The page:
Maybe I am beginning to like it (at about 16 hours)!

Yep, I believe you will like it in time. Unfortunately for me, I got only a taste of the wonderful, but unobtanium, Olympos. Remember, unforgiving can easily be associated with accurate, and sometimes those can be downright scary terms. I have let a cartridge alter my musical tastes on more than one occasion simply because it rendered a record differently. I suppose that's why I have extra cartridges that I will never play again...and records. You know, this can be a brutal hobby! ;)

I also think that much of the harsh reality is slowly being warmed up by the interaction of break-in and tube goodness! I have heard it said that Lyras might have been voiced with tube gear in mind. I am slowly coming to 'get it', but it is a shock indeed. One's aesthetic preconceptions can be quite daunting.
All warmed up after much play, and well....simply magnificent. I love this cartidge. Way better than my old benz ace.
Chasmal, how many hours did it take? I am vey curious to know your impressions.
Oh it is pretty interesting Ghanson. At first the detail sounded too bright and way too forward, very little space and air. At hour 10 there was some depth, but still bright and glaring. At hour 20 it warmed up, became quite spacious, and the detail began to really be interesting and brilliant as opposed to harsh. That was the suggested break in time.

But at hour 50, 60, and on to 75, WOW! It is really the cartridge I had hoped for, Don't get me wrong, it is still a forward sounding unit. But the positives far outweigh the negatives. I actually love it and plan on moving up the Lyra line when it needs replacing.

Hope that helps.
The Lyra Dorian is an absolute keeper BUT requires proper alignment of zenith and azimuth as well as anti-skate force. Don't rely on simple guides... because it is a line contact stylus it requires high resolution alignment. Align the azimuth with a cross-talk record and an AC Voltmeter or cartridge analyzer. If the azimuth is not optimized then you will not realize the potential of this cartridge. Same for anti-skate - use a proper anti-skate LP - the Nautilus test record is nice.

If all that is proper then I think that it may be your matching to the preamp too. Read my primer on cartridge matching on the 6 moons site for more info:


IMHO the LYRA Dorian is definitely the best value MC catridges out there.
Jhendrixfan, what step-up did you have the best experience with?

I tried Lundahls and Wright tube phonostage, but had much better experience with Allen Wright's JLTI preamp, which brings out the strengths in my Lyra Argo (i) better than any other phonostages I tried (even compared to $4-7k phonos).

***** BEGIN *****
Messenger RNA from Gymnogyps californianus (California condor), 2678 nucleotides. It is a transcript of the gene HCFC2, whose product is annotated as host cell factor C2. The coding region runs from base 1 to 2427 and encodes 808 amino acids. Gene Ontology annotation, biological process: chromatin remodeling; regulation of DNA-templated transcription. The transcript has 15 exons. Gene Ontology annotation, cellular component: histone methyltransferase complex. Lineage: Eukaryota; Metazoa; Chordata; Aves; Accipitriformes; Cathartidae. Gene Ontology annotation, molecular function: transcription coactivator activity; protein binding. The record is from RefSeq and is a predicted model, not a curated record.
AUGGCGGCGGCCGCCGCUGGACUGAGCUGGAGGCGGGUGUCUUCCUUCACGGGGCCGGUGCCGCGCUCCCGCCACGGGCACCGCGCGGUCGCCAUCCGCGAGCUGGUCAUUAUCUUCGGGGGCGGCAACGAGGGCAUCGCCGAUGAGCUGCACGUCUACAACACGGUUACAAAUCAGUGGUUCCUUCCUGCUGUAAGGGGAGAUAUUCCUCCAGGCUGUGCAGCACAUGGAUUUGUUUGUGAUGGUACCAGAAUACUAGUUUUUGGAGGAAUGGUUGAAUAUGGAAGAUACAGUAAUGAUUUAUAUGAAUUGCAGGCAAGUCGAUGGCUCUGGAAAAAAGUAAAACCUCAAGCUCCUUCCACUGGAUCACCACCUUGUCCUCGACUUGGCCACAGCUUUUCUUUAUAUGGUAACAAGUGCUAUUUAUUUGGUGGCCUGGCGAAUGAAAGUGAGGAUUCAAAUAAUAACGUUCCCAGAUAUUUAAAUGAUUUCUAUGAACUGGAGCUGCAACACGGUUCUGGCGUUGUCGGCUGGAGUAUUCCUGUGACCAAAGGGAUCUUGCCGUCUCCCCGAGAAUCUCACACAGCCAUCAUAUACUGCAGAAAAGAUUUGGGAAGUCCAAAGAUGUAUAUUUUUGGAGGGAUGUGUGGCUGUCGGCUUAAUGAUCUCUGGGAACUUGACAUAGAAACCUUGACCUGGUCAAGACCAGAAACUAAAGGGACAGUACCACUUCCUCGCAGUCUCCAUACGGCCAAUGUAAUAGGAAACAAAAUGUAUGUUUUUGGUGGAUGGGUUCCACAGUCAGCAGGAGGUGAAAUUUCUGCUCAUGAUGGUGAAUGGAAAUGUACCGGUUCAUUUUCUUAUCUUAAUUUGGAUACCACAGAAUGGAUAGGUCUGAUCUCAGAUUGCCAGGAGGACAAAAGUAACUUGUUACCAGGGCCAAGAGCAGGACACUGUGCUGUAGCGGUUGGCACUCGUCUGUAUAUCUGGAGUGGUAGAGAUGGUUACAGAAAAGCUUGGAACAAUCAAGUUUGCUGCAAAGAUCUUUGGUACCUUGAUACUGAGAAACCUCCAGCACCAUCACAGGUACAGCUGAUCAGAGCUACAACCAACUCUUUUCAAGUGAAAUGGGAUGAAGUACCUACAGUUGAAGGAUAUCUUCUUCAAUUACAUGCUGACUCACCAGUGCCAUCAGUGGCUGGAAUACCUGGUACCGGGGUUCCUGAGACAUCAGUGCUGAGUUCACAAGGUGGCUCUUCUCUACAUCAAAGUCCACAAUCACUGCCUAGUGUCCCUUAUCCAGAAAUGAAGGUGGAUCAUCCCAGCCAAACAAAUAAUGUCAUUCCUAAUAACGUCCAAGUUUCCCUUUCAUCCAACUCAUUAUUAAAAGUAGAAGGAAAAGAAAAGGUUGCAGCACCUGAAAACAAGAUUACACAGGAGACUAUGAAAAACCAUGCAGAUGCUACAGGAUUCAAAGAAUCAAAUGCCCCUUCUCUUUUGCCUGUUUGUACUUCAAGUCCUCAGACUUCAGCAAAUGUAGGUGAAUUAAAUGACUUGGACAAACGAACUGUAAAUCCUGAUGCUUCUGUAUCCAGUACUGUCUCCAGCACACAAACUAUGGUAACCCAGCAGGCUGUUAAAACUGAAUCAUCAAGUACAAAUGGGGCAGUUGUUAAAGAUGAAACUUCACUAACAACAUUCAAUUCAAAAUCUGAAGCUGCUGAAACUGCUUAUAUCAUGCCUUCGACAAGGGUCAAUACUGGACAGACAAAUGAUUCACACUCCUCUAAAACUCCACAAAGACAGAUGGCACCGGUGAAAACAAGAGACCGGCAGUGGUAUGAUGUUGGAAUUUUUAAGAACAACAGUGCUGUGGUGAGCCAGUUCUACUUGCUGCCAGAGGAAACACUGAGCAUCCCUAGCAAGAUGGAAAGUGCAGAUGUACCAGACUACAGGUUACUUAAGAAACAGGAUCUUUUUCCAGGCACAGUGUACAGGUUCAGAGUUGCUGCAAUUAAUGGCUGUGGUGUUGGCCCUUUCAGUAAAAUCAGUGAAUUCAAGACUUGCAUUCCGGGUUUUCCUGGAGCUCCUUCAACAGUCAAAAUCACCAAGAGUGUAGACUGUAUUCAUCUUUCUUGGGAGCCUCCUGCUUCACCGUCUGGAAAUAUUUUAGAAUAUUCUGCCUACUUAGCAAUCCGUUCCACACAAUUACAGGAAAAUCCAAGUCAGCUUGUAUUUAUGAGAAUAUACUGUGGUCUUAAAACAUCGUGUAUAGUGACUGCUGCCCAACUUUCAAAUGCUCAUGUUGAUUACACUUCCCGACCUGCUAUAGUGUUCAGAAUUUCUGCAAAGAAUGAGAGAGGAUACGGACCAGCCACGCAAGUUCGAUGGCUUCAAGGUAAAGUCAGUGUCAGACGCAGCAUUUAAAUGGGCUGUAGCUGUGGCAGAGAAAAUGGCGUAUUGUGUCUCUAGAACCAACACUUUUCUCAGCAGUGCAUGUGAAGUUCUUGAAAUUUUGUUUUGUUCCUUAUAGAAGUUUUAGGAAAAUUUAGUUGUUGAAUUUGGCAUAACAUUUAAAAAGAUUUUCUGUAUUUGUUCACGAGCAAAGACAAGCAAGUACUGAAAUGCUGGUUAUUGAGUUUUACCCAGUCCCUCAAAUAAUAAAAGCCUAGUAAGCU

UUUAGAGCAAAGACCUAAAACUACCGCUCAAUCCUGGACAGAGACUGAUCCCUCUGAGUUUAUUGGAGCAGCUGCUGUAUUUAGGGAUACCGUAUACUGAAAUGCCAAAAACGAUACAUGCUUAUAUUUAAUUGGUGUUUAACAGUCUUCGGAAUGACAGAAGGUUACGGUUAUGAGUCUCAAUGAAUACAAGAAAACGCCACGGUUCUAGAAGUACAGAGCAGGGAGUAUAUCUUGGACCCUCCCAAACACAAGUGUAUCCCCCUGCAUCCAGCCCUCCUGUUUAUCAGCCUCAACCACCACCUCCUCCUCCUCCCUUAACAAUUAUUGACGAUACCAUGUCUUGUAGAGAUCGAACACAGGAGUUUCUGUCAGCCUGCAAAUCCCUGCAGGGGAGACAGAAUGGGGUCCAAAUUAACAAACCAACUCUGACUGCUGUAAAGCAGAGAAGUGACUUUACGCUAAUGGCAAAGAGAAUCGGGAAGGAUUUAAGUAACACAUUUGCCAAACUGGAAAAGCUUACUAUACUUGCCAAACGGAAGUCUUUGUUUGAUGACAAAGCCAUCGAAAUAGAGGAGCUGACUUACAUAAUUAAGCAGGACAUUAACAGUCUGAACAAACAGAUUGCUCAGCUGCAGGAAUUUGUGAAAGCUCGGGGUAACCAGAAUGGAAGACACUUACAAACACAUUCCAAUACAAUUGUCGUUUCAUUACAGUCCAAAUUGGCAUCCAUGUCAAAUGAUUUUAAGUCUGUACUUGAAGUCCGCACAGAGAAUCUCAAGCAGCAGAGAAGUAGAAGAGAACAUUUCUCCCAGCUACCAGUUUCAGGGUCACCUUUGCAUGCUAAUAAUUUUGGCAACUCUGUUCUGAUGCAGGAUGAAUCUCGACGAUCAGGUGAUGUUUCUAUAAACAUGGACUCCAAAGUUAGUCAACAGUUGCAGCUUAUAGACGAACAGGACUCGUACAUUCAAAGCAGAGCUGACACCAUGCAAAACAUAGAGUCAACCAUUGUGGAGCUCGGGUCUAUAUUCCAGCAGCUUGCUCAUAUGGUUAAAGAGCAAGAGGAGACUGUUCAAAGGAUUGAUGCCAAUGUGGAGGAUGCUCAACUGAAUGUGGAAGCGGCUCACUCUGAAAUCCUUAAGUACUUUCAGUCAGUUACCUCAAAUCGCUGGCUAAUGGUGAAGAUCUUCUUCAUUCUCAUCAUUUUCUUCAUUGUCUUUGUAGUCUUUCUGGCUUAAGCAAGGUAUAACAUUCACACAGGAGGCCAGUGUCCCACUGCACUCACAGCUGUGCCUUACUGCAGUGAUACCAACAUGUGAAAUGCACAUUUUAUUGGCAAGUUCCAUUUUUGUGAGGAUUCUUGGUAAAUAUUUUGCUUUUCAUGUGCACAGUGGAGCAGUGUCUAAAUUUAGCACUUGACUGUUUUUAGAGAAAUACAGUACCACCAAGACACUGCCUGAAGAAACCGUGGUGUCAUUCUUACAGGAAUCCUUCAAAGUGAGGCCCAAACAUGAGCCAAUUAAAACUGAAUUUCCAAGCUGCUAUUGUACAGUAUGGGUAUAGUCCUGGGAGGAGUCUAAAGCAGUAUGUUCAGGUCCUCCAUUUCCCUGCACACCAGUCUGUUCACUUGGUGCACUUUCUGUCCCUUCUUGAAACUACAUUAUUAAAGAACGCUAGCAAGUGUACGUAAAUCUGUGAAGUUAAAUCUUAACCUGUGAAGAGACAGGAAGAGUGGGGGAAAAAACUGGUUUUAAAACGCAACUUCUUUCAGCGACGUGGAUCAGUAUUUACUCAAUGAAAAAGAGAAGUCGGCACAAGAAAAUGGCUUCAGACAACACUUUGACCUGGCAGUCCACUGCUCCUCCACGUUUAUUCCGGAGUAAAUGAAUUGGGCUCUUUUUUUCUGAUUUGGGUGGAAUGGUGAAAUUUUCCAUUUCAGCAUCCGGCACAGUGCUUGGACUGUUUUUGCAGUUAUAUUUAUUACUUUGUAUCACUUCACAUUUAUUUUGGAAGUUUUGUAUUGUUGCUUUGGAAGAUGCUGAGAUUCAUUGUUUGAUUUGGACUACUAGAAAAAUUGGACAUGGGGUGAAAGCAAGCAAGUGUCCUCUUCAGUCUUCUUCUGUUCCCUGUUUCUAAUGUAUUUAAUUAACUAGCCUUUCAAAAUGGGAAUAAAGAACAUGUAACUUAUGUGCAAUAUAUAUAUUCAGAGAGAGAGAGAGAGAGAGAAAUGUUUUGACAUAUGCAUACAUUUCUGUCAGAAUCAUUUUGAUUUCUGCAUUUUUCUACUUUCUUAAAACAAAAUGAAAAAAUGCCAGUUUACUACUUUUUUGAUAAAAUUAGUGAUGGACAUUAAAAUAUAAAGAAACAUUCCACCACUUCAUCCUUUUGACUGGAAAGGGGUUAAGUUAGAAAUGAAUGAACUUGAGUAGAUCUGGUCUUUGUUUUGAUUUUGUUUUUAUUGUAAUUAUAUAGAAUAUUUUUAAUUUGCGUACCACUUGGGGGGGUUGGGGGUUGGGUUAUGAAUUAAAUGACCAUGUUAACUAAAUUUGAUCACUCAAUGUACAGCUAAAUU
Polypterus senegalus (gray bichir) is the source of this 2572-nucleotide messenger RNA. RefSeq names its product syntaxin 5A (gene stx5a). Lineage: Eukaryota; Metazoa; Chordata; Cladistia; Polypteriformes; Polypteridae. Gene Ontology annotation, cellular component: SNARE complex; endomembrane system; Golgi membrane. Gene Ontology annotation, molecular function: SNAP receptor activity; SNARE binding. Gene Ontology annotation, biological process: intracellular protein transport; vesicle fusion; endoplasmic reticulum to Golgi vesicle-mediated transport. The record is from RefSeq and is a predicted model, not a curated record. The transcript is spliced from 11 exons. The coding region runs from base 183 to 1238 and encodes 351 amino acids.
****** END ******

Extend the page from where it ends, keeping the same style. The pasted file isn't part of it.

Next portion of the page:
I recommend using Peerless mic transformers as step up devices. Or perhaps a custom transformer in Mu metal from David Slagle.

HOWEVER, I caution people about referring to "strengths" of a cartridge. The LYRA MC line is so balanced and revealing that it can be both blessing and curse. Some folks like more romantic sounding cartridges with more mid-range bloom. The LYRA is very accurate and not very tolerant of "just getting it close" when it comes to set-up. IMHO, larger elliptical styli are much more forgiving when it comes to set-up. Don't fret though, once the LYRA's are set-up properly they stay that way. So IMHO, they are not at all a finicky cartridge - especially after only 40-50 hours of break-in. They "lock in" and just sing their little butts off!

Again unless someone sets up MC cartridges practically for a living, very few people are qualified to adjust azimuth "by ear". As with everything there are exceptions and exceptional people BUT test equipment is the ONLY way to obtain truly objective information. These LYRA cartridges are NOT simply "adjust the body to mechanically level" and forget it! I have heard these cartridges when they are "slightly off" on azimuth and they seem "just OK". Whereas when properly set up they transform into a "most bang for the buck" value in MC cartridges nowadays.

The Argo i is a GREAT cartridge - I'm just not certain it is worth the extra loot over the Dorian. To me it just gets to be a law of diminishing returns but if you can afford it - God bless! So to me I deem it sagacious to invest the difference in price in a better step-up device, TT stand, plinth, tonearm or even the TT itself. I witness too many sound systems with too many other limiting factors in them to ever indict a LYRA or a Soundsmith re-done MC cartridge as the culprit.

In general, Audio "systems" are a HUGE system integration endeavor - many variables. Therefore it is very easy to simply focus on one or only a few things and vary them to counteract the shortcomings of the others.
I have the Lyra Dorian with an EAR 834p "deluxe" and a C220/MC275V. The first time I played it really opened my eyes. The only cartridge I had before that was a Grado Sonata, so I have limited experience.

I thought it was a little bit tipped towards the high's when I first got it. I think I just wasn't hearing as much of them as before. On my system it feels balanced. Drum hits and cymbals are awesome. I was stuck by how well flutes and voices sound. What struck me was that you could have that much detail and have a kind of fullness too.

After hearing the Skala it's not a let down, but let's me know there's more to be had as you move up the line.